Perfect Attendance Can Win High School Students A New Car | What Do You Think? | SDP201

Have you imagined that not missing a day of high school could put you square in the driver’s seat of a new car? What began as a novel truancy pilot roughly twenty years ago is becoming increasingly popular in high schools across America. Why are cash-strapped schools ponying up cars for students with perfect, or near-perfect attendance? What are the outcomes of these incentives? What are the positions of advocates and opponents? In this episode, Doc describes the “cars for attendance” trend speeding through the parking lots of America’s high schools.

IMAGE: Show Thumbnail. Car Key Automobile Access #3125905 by Peggy_Marco. Pixabay. Free to use. No attribution Required.

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WHAT IS TRUANCY? States have statutory citations for compulsory school attendance and school attendance enforcement. These exist to compel students to attend school on a regular basis. Truancy, or unexcused absence from school, is informally referred to as “skipping school.” A “truant student” is typically absent for several days, or weeks, during the school year. The pattern tends to be pervasive and the lack of regular attendance diminishes the student’s ability to benefit from instruction. Students who are truant are often ineligible to participate in organized sports and generally are not connected with school activities.

TRUANCY REDUCTION: KEEPING STUDENTS IN SCHOOL. In September 2001, the U.S. Department of Justice Office of Juvenile Justice published a 16-page bulletin titled: Truancy Reduction, Keeping Students in School. Truancy had been well-studied by 2001, and although it impacted students of all ages, it was most prevalent in high schools. The report stated, “Truancy has been clearly identified as one of the early warning signs that youth are headed for potential delinquent activity, social isolation, and/or educational failure. Other studies established lack of commitment to school as a risk factor for substance abuse, delinquency, teen pregnancy, and dropping out of school.”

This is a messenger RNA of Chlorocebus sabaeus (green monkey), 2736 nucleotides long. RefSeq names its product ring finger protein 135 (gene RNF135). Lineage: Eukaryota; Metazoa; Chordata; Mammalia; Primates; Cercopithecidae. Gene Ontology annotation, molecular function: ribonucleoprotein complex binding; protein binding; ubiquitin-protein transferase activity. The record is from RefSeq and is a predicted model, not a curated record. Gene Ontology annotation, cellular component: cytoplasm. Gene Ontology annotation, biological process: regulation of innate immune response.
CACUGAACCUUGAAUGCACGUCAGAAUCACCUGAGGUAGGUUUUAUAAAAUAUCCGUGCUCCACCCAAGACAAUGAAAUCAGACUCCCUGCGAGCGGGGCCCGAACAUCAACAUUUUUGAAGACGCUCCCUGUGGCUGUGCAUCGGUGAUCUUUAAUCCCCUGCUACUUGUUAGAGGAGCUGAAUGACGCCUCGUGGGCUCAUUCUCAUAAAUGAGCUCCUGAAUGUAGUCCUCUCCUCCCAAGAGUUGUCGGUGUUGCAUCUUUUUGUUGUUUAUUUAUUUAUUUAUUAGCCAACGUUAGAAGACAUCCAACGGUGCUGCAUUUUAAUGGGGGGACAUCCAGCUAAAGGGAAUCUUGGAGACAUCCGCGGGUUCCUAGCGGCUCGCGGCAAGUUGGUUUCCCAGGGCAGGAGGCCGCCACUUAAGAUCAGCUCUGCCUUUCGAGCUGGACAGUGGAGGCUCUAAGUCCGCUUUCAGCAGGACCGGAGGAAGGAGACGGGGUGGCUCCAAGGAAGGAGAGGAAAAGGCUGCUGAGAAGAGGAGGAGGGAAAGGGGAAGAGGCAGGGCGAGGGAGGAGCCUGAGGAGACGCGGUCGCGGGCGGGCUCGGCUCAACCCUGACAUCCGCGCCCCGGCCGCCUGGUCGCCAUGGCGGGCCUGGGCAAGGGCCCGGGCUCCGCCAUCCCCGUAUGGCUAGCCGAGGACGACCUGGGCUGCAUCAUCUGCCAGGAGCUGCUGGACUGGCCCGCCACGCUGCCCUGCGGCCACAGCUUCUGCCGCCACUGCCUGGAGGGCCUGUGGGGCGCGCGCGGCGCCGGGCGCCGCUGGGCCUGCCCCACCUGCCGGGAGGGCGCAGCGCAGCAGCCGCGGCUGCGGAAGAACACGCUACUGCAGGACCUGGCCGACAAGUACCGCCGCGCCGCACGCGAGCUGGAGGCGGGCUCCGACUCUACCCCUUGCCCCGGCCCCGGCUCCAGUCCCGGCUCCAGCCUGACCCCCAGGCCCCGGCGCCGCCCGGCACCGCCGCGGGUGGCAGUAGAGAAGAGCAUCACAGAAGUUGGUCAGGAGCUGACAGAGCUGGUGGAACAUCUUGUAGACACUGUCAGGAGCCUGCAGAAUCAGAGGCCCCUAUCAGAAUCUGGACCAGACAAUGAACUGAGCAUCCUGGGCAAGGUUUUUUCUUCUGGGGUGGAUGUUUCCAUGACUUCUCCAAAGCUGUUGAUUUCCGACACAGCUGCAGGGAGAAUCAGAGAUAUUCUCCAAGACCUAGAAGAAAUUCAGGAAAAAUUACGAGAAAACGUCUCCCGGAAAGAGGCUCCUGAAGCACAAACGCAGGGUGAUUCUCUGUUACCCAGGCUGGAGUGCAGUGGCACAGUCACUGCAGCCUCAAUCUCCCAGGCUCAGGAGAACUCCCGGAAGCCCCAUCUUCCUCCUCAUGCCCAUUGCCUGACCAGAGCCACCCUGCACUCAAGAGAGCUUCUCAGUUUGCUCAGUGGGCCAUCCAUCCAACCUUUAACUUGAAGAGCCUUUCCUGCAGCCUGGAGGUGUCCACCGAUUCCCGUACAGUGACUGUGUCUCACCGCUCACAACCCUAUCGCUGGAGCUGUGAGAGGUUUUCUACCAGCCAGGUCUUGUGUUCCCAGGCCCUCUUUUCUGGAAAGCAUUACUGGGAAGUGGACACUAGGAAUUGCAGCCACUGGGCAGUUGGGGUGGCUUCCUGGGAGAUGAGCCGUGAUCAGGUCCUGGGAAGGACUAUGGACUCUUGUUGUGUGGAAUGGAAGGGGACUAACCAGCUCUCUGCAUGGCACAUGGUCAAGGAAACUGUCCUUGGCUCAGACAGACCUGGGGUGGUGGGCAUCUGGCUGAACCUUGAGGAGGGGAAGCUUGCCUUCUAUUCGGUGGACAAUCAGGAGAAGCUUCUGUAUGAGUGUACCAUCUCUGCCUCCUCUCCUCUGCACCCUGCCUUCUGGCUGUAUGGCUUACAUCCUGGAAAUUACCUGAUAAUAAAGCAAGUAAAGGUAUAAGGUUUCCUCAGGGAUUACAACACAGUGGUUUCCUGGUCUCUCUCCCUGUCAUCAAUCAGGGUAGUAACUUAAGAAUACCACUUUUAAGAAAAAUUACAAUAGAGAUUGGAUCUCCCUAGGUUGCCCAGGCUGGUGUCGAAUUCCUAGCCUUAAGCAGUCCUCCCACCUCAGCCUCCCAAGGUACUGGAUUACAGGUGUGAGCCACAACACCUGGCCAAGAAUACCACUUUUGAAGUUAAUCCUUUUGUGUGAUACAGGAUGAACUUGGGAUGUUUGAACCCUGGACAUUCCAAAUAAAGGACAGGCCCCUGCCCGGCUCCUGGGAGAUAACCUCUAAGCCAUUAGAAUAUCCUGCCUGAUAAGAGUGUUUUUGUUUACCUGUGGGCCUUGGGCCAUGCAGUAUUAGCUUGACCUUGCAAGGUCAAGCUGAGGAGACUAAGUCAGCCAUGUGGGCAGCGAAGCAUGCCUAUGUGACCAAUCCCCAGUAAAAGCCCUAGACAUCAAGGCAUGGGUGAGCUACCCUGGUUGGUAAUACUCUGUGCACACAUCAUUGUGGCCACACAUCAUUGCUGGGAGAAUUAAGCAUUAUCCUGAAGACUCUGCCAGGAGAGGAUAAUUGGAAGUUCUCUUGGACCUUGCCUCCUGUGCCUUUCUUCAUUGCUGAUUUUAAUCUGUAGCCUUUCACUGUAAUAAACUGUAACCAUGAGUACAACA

OTHER CONSEQUENCES OF TRUANCY. The DOJ’s 2001 report predicted dire financial impacts of truancy and dropouts, including (1) Less educated workforce, (2) Business loss because of youth who “hang out” and/or shoplift during the day, (3) Higher daytime crime rates, and (4) cost of social services for families of children who are habitually truant.

INCENTIVES FOR STUDENT ATTENDANCE – YOU GET A CAR! In 2022, Bastrop ISD partnered with the local Sames Bastrop Ford dealership to offer one lucky student the chance to win a car in its “Drive Sames 4 Education.” “Kristi Lee, BISD’s district deputy superintendent, said the district has seen a dip in attendance and all students’ grades. The free car acts as an incentive to get students to come back to class.For the 2021-22 school year, BISD had an attendance rate of 90.59% – the lowest rate in the last four years. When the pandemic originally hit, during the 2019-2020 school year, overall attendance was almost three percentage points higher at 93.67% (Comme, P. 2022).” Search engines return thousands of similar stories, from New Caney High School to Honey Grove ISD to San Antonio High School.

IMAGE: Google search query for students winning cars for attendance.

ARGUMENTS FOR CARS AND HIGH-VALUE PRIZES. It works. Research has found that financial incentives typically are the most effective in driving teenagers. Oftentimes, parents will reward students with a cash bonus after they produce good grades. But on the contrary, children are more prone to strive for something they can control, like studying or even attendance (Prothero, A. 2017). On the flip side, incentives are much less effective for actual test scores. In other words, incentives work to motivate kids to attend school, but not necessarily to perform well in school. The cost of a car (and some of the prizes are used cars) might be $25,000, or less if donated by a dealership or community philanthropy. That expense is lower than the school funding a truancy officer or cuts to school funding due to lower enrollment.

ARGUMENTS AGAINST CARS AND HIGH VALUE PRIZES. Schools create an artificial external reward system for something that should be internalized as having value. For example, we don’t brush our teeth to receive a chance to win a car from the dental office, although lack of dental hygiene could deteriorate our health and cost thousands of dollars to fix. Another argument is that the fact that high-value prizes increase attendance underscores that traditional school operations don’t motivate students. Maybe it’s a stale curriculum? It’s worth noting The Safety Doc Podcast episode 195 and guest Mike Dahle discussing how Esports is rocketing in popularity in schools – and also contributing to increased attendance. Yet, the majority of schools don’t offer Esports. For car raffles, people claim the optics look bad – of quasi-paying kids to attend school.

SOURCES: Comme, P. (2022). Bastrop ISD giving free car to one lucky student this school year. KVUE.; Prothero, A. (2017). Does Paying Kids to Do Well in School Actually Work? Education Week.

This is episode 200 of The Safety Doc Podcast published on 12-27-2022. This podcast and blog post represent the opinions of David P. Perrodin and his guests to the show. The content here is for informational purposes only. Please consult with your safety professional regarding the unique needs of yourself or your organization.


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